A “hateful massacre” of horses has officials running an intense investigation in Arizona, bolstered by a $25K reward, after a relentless animal killer put more than a dozen of the majestic creatures to death.
12 News, an NBC affiliate, reports that 14 “wild” horses were found shot and killed in Alpine, AZ last week. All were left for scavenging animals in the region near Forest Road 25 on the Alpine and Springerville Ranger Districts. Simone Netherlands, a wildlife advocate, shared further intel regarding the brutal killings.
“We’ve been finding dead horse after dead horse,” Netherlands shared. “It’s been absolutely horrific. She continued, “Shots to the heart and to the face, to the neck, and some of these horses are still alive, just walking around with bullets.”
Per the outlet, the AZ investigation is being headed by the US Forest Service. The massacre making headlines right now resemble just the latest in a string of ongoing killings that really began receiving attention several years ago. Altogether, there have been 50 horses killed since 2018. Dozens of bodies were found near Heber, AZ as well as in Alpine.
Netherlands further documented the cruelty with which the animals were killed. She said most were shot in the heart, chest, or lungs, with some sustaining bullet wounds to the head. Some of her images even show two lying side by side, both with bullets in their skulls.
Protections for Wild Horses are Limited and Those Massacred Had None
What makes the most recent massacre of “wild” horses even more tragic is that they are not actually protected by the federal government like some wild horse herds and populations across the West.
Per the outlet, there are recognized groups of wild horses—including the Salt River herd. And then there are others, like those killed, that aren’t actually considered “wild.”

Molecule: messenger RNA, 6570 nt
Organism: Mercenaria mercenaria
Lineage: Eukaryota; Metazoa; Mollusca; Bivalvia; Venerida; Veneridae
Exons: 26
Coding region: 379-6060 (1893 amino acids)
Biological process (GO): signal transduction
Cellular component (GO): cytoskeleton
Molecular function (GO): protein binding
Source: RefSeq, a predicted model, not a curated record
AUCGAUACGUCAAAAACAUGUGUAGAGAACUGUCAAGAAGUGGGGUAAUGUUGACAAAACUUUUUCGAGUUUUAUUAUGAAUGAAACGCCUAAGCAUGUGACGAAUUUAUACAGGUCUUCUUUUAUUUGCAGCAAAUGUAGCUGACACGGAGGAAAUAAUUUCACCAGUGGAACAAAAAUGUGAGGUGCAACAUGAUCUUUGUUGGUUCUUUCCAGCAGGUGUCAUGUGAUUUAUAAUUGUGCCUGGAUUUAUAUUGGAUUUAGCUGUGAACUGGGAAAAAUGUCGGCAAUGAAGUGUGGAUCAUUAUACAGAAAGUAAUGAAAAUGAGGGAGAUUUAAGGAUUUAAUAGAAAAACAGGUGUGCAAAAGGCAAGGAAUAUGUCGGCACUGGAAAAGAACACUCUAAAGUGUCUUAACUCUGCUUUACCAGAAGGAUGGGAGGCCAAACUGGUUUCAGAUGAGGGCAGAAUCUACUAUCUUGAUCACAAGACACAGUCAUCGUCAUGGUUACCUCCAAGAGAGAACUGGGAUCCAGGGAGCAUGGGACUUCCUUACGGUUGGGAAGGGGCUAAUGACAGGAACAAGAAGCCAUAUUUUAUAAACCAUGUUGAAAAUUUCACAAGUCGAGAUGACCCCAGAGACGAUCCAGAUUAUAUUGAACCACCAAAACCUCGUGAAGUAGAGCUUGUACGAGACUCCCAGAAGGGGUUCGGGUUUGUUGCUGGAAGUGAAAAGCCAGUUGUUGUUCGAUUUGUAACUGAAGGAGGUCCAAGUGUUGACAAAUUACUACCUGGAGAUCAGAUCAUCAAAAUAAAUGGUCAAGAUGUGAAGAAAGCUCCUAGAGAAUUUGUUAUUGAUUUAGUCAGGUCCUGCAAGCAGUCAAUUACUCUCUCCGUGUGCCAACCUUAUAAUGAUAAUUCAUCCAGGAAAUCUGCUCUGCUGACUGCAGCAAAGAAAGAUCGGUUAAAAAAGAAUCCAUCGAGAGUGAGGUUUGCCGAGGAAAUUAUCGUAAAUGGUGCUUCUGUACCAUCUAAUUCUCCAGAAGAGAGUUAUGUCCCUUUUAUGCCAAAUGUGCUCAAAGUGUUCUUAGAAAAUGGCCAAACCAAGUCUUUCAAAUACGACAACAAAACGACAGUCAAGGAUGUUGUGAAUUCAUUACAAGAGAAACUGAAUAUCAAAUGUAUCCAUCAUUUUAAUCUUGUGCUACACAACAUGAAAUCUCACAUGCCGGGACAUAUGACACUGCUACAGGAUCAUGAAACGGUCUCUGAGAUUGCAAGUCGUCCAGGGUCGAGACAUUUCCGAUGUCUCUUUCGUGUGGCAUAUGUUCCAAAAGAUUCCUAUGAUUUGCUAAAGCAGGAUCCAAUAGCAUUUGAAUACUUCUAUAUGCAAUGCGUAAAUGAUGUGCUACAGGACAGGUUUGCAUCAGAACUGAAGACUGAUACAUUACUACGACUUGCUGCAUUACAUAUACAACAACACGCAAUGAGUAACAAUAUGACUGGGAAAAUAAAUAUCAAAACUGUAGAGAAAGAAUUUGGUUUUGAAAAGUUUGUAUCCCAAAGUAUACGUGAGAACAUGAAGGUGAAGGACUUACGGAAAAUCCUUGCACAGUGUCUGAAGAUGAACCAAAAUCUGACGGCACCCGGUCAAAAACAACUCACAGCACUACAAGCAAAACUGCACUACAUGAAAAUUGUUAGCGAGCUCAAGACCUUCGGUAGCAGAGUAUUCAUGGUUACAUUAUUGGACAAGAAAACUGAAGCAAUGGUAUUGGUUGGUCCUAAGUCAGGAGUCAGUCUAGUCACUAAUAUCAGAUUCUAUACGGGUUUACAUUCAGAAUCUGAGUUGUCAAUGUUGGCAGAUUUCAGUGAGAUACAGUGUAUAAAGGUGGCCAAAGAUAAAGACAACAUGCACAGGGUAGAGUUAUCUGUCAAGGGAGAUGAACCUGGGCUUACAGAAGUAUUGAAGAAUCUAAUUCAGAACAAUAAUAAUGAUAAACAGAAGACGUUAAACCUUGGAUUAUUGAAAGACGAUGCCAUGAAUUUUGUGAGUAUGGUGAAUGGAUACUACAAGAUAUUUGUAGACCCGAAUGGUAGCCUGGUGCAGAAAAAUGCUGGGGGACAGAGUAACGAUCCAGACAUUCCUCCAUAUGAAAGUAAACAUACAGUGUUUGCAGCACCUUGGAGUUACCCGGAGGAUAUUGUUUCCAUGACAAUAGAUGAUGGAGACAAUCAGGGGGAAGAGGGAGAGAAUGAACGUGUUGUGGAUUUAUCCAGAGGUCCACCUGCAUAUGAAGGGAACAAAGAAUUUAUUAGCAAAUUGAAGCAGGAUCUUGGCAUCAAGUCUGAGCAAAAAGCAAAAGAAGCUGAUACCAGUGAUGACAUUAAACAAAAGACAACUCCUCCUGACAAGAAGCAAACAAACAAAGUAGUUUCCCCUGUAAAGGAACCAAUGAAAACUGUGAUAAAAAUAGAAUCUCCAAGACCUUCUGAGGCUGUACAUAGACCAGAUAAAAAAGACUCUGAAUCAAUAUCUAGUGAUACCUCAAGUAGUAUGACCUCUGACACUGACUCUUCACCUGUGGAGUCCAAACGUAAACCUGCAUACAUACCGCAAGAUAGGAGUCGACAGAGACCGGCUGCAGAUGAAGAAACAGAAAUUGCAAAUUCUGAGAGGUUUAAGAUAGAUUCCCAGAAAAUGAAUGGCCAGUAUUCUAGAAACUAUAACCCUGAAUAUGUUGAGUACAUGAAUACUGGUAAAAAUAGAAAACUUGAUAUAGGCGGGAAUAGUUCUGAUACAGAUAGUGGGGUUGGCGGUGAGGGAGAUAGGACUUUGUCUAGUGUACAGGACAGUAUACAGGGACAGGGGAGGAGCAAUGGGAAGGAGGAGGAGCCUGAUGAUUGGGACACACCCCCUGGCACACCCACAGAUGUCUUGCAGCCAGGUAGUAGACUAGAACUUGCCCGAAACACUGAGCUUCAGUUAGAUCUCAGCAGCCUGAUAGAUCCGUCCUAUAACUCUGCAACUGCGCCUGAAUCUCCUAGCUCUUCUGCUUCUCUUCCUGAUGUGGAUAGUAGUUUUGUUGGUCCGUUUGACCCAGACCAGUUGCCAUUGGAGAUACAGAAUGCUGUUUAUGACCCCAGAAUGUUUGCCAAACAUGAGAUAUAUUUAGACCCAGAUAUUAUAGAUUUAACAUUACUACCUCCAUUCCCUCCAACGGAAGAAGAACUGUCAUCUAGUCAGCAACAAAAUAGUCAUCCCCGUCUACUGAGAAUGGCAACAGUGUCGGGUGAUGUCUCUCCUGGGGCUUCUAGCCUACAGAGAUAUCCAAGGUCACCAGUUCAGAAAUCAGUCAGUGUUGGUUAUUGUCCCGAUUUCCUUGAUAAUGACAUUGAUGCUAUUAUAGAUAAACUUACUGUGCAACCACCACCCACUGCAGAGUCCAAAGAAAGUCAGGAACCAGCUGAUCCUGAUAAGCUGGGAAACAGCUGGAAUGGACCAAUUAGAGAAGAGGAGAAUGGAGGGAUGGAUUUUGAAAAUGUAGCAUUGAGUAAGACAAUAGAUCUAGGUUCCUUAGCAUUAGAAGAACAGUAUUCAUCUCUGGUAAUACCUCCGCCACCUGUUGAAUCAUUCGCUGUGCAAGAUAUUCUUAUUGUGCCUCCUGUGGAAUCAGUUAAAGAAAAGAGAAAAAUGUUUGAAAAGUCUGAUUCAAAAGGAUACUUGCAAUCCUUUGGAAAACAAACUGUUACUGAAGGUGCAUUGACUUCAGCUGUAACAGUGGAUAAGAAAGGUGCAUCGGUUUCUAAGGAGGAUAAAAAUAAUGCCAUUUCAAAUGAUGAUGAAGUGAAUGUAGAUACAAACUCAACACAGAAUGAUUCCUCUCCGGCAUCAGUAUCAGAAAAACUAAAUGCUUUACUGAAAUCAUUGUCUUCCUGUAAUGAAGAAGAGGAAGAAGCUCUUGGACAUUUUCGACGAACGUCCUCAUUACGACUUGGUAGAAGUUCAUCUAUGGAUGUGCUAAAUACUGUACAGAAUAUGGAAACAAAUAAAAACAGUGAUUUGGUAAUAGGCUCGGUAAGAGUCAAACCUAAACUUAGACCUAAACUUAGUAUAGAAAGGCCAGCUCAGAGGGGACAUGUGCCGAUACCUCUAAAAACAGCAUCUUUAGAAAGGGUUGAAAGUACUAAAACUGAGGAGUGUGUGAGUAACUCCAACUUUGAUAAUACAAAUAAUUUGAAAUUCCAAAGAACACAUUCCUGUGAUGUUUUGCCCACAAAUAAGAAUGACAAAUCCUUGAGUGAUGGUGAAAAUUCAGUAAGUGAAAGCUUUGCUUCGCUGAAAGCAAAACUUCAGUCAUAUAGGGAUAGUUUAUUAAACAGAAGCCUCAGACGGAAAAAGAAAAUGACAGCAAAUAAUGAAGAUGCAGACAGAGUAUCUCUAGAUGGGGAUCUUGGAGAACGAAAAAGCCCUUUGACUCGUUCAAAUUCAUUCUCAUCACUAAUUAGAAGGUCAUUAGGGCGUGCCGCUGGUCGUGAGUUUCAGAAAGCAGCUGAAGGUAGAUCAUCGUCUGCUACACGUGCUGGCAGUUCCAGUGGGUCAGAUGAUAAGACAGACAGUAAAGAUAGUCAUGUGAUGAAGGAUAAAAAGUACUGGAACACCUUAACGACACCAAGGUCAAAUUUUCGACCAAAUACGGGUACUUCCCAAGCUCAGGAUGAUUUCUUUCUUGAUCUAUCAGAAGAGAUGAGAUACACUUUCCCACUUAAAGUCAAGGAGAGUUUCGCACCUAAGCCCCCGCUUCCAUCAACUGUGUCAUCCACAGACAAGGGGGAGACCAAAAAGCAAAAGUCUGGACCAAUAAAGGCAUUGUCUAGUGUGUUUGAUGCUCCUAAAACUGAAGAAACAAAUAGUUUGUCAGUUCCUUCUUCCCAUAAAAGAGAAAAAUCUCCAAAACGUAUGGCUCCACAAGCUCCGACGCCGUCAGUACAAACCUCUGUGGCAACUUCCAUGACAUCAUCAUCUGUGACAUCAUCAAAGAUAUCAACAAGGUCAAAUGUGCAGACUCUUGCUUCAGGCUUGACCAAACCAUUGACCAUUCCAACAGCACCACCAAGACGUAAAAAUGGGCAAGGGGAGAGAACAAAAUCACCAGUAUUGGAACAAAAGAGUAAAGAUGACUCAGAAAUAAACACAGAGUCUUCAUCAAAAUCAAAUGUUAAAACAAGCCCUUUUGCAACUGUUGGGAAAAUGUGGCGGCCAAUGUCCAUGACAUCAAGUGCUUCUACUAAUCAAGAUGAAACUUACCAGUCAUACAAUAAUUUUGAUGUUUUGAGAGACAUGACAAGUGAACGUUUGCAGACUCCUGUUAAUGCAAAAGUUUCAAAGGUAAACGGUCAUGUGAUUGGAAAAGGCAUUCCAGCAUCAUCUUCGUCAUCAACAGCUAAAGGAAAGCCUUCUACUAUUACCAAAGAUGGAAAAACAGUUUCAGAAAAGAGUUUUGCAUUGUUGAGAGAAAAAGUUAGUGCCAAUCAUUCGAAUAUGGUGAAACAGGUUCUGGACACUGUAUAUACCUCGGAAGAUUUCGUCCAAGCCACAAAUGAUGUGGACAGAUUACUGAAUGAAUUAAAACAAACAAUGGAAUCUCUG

Instead, officials consider these non-registered groups of wild horses “unauthorized livestock.” The hooved creatures find themselves in difficult federal standing as they aren’t legally protected by the government, however, they’re also not protected by independent ranchers and farmers. Simply put, they don’t actually belong to anyone.
Still, advocates like Simone Netherlands and others are pushing to earn protection for unauthorized livestock. However, it’s certainly an uphill battle. Grazing remains one of the biggest conflicts between wild horses and ranchers.
Mesa Verde National Park Herd Captured, Set to be ‘Gentled’ and Adopted
While wild horse advocates aim to protect AZ’s unauthorized livestock, experts farther east are working to gentle and adopt out several dozen horses captured in Mesa Verde National Park. These efforts come as these Colorado horses are also not actually considered wildlife and are instead labeled feral or trespass livestock.
Last month, 11 wild mares and foals were corraled by Whit Hibbard. Hibbard is a low-stress horse trainer aiming to put some of the west’s free-running horses in safe, loving homes. Instead of rounding up the wild herd with cowboys and “helicopter stampedes” though, Hibbard utilizes a safer, non-stress method. He heavily endorses the use of psychologically-based practices to trap the animals.
“We use psychology and nonverbal pressure,” the horse expert explained. “We use food and water to get them to do what we want. They think it is their idea.”